It’s therefore natural to learn to accept discomfort if you want to become a successful runner.

When you stop and think about it, running is one of the ultimate exercises in delayed gratification. Although running itself is enjoyable, a great deal of the satisfaction of running comes after you’re done. In fact, at its core, endurance training is a lesson in dealing with discomfort. In fact, the very definition of endurance describes this: The fact or power of enduring or bearing pain, hardships, etc.; the ability or strength to continue or last, especially despite fatigue, stress, or other adverse conditions.

It’s therefore natural to learn to accept discomfort if you want to become a successful runner. Obviously, this does not mean running through the pain of injury, but rather, learning to deal with the fatigue of effort and the challenge of maintaining speed while this happens.

One of the best recommendations psychologists offer is to acknowledge the emotional and physical sensations of race-pace running. Acknowledge, but don’t judge. The theory is that (paradoxically) by acknowledging the discomfort, it becomes less noticeable.

An example would be you feel the slow burn of a long uphill climb in your calves and quads. By acknowledging this feeling, you allow yourself to subconsciously see that it is temporary. It will quickly pass as you crest the hill and fly down the other side.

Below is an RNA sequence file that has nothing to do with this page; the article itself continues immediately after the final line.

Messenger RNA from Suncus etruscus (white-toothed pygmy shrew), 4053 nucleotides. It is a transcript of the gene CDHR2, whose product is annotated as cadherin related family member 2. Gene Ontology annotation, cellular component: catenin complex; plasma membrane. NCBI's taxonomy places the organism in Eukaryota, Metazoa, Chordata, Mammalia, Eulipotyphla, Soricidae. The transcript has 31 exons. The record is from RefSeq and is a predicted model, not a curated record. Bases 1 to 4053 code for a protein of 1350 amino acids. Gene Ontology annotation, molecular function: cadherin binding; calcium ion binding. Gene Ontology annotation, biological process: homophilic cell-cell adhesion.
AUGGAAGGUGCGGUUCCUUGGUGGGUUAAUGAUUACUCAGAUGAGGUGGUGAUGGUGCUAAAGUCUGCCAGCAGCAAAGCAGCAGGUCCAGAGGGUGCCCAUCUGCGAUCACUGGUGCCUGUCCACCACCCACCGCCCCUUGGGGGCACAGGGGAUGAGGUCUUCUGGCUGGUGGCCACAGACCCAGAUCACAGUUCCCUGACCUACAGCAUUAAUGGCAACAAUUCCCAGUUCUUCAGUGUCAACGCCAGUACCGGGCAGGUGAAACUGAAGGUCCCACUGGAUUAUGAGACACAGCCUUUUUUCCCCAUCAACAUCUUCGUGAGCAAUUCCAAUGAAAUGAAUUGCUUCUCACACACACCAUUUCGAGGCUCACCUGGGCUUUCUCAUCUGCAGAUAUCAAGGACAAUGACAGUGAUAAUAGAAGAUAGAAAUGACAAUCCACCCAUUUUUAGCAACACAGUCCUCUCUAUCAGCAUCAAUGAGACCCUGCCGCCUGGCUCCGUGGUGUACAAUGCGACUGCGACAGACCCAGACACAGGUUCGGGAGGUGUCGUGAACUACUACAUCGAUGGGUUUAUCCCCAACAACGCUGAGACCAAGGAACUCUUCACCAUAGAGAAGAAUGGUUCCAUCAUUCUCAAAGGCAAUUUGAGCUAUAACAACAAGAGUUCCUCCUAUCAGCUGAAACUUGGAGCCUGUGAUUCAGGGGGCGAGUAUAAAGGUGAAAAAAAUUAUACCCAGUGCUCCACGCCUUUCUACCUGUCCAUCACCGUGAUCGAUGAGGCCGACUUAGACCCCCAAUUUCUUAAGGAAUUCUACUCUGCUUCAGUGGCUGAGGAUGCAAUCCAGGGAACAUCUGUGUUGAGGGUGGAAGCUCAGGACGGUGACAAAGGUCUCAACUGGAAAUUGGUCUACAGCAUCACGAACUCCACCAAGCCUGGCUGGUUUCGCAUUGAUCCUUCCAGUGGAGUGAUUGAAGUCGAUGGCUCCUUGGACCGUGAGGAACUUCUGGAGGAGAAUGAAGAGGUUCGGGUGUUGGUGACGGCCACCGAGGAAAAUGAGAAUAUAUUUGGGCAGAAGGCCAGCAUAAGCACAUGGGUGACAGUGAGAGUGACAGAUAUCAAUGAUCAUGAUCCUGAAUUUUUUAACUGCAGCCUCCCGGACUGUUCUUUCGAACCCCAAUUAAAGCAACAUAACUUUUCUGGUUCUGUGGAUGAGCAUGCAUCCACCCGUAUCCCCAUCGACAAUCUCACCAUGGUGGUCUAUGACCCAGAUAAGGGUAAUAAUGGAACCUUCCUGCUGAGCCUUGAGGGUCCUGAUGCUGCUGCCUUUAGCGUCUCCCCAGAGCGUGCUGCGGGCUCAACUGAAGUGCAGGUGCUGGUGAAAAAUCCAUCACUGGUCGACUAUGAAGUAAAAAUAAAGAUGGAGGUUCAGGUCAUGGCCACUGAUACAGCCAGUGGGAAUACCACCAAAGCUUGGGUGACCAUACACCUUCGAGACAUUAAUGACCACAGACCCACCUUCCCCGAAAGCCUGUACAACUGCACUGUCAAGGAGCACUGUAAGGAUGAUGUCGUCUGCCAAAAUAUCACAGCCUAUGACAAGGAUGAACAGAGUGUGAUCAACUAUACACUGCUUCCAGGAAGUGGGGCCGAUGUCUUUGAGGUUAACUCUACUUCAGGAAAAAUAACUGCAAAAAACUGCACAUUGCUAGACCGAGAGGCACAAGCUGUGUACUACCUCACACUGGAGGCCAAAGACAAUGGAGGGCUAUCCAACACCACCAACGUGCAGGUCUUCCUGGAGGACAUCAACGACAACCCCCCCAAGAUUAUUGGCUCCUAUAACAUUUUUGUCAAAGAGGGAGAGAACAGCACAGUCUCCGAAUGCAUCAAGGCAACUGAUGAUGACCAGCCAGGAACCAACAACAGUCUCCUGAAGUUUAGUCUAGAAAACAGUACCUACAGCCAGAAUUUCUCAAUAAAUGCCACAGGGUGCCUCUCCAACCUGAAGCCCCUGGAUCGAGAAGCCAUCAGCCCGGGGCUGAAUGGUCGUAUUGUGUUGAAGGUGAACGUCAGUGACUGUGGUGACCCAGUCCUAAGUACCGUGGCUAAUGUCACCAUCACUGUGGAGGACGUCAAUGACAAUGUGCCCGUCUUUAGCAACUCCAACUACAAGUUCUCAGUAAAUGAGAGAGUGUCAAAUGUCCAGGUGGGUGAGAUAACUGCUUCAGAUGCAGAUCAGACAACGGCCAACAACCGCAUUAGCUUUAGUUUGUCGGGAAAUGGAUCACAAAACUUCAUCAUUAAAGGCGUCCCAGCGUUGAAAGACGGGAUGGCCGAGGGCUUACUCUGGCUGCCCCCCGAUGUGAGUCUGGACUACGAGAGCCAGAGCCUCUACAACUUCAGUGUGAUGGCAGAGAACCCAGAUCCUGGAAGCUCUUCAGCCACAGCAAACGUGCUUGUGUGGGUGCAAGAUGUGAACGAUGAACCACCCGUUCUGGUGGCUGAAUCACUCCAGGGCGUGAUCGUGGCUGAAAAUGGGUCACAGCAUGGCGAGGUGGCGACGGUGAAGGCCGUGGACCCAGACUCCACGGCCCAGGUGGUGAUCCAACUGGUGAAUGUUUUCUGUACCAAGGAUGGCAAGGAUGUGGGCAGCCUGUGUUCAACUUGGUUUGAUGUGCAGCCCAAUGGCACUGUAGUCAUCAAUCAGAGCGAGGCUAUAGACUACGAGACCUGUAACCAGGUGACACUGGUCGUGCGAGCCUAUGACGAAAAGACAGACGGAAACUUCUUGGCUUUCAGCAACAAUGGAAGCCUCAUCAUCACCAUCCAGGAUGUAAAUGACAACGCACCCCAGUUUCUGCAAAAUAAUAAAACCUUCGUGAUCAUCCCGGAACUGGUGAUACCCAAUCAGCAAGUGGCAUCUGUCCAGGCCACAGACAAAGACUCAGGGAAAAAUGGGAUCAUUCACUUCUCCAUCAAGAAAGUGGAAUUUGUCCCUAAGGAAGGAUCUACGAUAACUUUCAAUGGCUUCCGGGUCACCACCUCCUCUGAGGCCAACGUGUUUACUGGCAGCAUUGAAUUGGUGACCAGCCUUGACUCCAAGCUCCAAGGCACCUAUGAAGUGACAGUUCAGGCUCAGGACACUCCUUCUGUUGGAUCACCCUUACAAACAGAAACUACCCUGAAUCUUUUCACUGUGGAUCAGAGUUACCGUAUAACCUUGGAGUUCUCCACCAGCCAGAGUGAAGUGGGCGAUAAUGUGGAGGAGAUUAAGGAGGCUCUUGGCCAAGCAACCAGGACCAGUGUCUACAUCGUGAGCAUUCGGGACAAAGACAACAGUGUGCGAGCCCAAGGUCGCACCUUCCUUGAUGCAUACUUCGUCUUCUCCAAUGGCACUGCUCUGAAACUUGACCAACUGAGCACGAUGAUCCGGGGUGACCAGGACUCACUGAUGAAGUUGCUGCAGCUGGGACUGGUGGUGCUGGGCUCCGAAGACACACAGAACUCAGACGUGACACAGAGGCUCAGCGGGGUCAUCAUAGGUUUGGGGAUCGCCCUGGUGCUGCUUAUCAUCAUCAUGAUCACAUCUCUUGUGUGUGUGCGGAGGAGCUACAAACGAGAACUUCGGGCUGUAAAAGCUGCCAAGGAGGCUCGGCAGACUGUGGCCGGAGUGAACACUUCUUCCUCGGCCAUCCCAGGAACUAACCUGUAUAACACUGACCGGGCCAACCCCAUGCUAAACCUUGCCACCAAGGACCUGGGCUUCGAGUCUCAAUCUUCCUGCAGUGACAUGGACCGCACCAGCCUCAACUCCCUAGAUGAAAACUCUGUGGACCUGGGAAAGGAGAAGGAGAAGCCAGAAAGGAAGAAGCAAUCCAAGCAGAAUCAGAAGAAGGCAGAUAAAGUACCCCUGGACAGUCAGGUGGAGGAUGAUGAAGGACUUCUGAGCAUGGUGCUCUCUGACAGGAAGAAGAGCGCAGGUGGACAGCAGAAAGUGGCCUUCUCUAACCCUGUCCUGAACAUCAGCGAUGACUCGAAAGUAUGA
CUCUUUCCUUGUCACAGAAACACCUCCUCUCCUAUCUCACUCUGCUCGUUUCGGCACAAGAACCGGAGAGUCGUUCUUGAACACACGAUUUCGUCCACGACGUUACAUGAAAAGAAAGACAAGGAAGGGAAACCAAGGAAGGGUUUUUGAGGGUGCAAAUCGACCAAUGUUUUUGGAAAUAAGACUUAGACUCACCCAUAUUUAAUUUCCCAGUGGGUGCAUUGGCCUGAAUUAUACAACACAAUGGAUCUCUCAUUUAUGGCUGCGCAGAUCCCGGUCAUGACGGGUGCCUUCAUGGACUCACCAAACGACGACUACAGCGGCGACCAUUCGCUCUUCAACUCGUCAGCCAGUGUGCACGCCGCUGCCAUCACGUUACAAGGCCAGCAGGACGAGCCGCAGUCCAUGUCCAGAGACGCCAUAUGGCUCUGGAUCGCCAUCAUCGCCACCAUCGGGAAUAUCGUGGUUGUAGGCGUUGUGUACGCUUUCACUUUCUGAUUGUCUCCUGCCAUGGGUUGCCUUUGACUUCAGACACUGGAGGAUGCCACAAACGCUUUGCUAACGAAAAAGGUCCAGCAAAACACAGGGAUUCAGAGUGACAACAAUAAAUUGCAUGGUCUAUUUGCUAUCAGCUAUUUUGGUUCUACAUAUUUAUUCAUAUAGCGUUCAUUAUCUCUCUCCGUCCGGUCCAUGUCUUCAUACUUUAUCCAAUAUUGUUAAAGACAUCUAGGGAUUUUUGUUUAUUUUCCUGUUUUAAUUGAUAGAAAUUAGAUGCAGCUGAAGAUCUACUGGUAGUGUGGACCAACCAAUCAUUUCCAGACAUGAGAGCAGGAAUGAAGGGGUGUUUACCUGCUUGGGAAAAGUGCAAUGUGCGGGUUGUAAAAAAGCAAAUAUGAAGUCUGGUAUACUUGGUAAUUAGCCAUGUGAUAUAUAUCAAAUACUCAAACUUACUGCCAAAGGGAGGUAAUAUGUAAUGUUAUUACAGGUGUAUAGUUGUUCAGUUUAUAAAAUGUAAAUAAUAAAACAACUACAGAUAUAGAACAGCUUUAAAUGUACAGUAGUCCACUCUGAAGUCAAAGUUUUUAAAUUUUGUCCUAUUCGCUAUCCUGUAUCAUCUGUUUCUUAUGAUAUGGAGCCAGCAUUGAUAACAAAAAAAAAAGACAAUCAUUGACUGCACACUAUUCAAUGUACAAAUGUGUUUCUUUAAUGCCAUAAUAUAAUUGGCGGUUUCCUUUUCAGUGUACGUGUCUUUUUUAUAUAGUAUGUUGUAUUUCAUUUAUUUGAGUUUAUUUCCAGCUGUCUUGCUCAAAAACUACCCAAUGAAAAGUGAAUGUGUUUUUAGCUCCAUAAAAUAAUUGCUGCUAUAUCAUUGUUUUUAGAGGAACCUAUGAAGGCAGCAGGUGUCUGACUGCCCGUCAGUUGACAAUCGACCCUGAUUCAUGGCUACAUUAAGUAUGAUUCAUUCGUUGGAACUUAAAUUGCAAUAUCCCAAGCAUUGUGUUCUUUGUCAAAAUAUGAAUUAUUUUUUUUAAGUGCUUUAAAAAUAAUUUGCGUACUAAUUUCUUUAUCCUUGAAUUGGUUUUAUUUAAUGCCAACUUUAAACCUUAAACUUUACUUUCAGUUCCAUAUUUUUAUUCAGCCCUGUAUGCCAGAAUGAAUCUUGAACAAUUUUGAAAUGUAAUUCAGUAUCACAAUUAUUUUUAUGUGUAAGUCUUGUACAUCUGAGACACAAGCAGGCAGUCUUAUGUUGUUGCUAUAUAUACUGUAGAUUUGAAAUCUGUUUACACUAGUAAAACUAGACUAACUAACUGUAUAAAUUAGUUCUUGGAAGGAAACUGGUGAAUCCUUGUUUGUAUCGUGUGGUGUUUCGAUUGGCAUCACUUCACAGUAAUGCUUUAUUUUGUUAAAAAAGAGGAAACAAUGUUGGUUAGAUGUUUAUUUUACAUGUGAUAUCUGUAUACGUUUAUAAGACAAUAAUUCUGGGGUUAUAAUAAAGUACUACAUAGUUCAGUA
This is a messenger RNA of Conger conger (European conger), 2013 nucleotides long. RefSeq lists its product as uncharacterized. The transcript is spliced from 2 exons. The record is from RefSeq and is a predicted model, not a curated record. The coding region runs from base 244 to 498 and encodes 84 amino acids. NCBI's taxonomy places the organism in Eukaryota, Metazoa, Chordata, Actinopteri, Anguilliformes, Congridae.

In a sense, learning to deal with discomfort is kind of existential. You can begin to view the pain of effort as a positive force that helps you to become better athlete. It’s also a great life-lesson. How do you deal with challenges at school or in the workplace when you need to leave your “comfort zone?”

So, learning to embrace discomfort has far-reaching benefits. You’ll learn to

  • Redefine your own toughness
  • Fight through fatigue not only physically, but mentally
  • Develop the ability to change your perspective
  • Deal with the nature of adversity

All distances require that you deal with discomfort—whether you’re churning out an 800 or running a marathon. The key is to understand it, acknowledge it, and yes, embrace it.

Upcoming Races: Saturday, June 1- Fit Foodie 5K, 8:00 a.m. at Old Settler’s Park, Round Rock. Saturday, June 1 (morning and evening races) the Texas Trail Running Festival 26.2M, 13.1M, 10K, 5K and 5K relay in Spicewood.